The report went on with a quotation crf some of the remarks of a person who was opposing any reduction in the age of people who may vote, and also young people accepting responsibility. This is what that person said:

I look to the contemporary scene for signs of increased responsibility among the young and I see the hooliganism of 'mods' and 'rockers', the hysterical behaviour of pop fans, (he growing number of unmarried mothers and (he higher proportion of pregnant brides under 21, the increase 'of drug taking, purple hearts and pep-pills, and the increase of venereal disease among the young, and I do not feel that this suggests any grounds for assuming that 'they Mature so much earlier nowadays'.

The report went on to say:

It is a point of view. And those who bold it are, like this witness, inclined consistently to be against any lowering in the age of majority. They say, as she does, that hire purchase and mortgage agreements are 'a rock -on which many adults come to grief. Youthful optimism at the mercy of high pressure salesmanship can only end in disaster.' She regards very young marriages as peculiarly likely to turn into a brake on a young man's career and an end to a young gill's dream. The Committee discussed the reasons why people put these propositions forward.

I quoted that report and comment because of something which appeared in one of our Victorian newspapers. It referred to a number of ratbags at a basketball game in Victoria, lt read:

Oil thrown at race riot.

Anti-apartheid demonstrators tried to wreck the women's basketball game between South Africa and Victoria at Royal Park last night.

That group of young people would never be responsible enough to vote if they lived to bc 221 or 218. But the point that is emphasised by that newspaper report is thai the hundreds of people who acted normally got no publicity whatsoever because normal behaviour is not news. Let me give another illustration in regard to this. If a piece of legislation passes through this House with the Opposition voting against it and the Government in favour of it, this event is just recorded as an item of news. But if legislation passes through this House after some supporters of the Government have crossed the floor to oppose it, that is headline news because it is a little out of the ordinary. Yet, basically our Parliament is able to function smoothly and effectively only because of the acceptance of the principle of majority rule and a majority decision.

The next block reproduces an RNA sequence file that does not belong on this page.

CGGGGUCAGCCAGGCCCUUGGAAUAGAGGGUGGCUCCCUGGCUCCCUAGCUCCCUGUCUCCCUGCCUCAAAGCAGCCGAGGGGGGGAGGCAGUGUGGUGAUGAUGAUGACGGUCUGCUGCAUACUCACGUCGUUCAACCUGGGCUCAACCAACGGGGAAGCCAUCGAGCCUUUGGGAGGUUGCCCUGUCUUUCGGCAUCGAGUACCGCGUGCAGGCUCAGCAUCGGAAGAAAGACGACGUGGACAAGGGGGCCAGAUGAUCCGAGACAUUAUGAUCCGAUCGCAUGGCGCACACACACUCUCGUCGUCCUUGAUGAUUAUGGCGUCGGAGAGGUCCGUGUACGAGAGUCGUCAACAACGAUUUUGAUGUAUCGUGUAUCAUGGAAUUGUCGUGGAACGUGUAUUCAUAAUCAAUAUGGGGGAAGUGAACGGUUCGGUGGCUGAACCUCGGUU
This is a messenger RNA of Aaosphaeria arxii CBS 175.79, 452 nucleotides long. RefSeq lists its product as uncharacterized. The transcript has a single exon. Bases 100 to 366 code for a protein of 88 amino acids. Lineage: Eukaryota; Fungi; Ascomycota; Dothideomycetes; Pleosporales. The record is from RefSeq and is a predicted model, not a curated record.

Of our young people today I think it is completely true to say that the majority accept their responsibilities and are playing their part as citizens in the community. If this were not so, our society just could not function. If this were not so, our universities would not be able to achieve any progress or any development. The majority of the young people who go to universities will be contributing to the progress and development of this country because they are placing themselves in the position where, by gaining knowledge and advancing themselves in the academic field, they can accept the responsibilities of citizenship. If there is any doubt about this I would point to the fact that within our community we have Apex clubs in which young people are doing something within the community. They form the group that helps charitable organisations. Young people constitute a very high percentage of the members of charitable organisations. Young people are associated with charitable groups such as the Smith Family which engage in collecting food and clothes for needy people at Christmas time and on other occasions. We should realise that the majority of young people are accepting responsibility as did their forefathers and are making a contribution to the community life of this nation.

We do not want to get a wrong impression, as I have said, as a result of the publicity that is given to particular groups. One can understand that this is only publicity and that the great majority of young people working normally and behaving normally in community life are not news. Because of all the publicity given to a minority we should not feel that all our young people are not facing up to and accepting their responsibilities. Because of this, I believe that the subject we are discussing is worthy of debate in this Federal Parliament. It is a subject that should be given very, very serious consideration and is not one that can be passed off lightly. I believe that we should not come to a point were no change is ever made. I accept the criticism that this decision to make further investigations and further studies can be used as an excuse to delay bringing in legislation; but I come back to the point I mentioned earlier that, because of al'l the complexities of the matter, because this subject in itself is not just an isolated question of whether a certain age group should be given the vote or be allowed to marry at the age of 18 years and because of all the other factors that flow from this I. believe that this is a measure that should be given very serious consideration. It is to the value-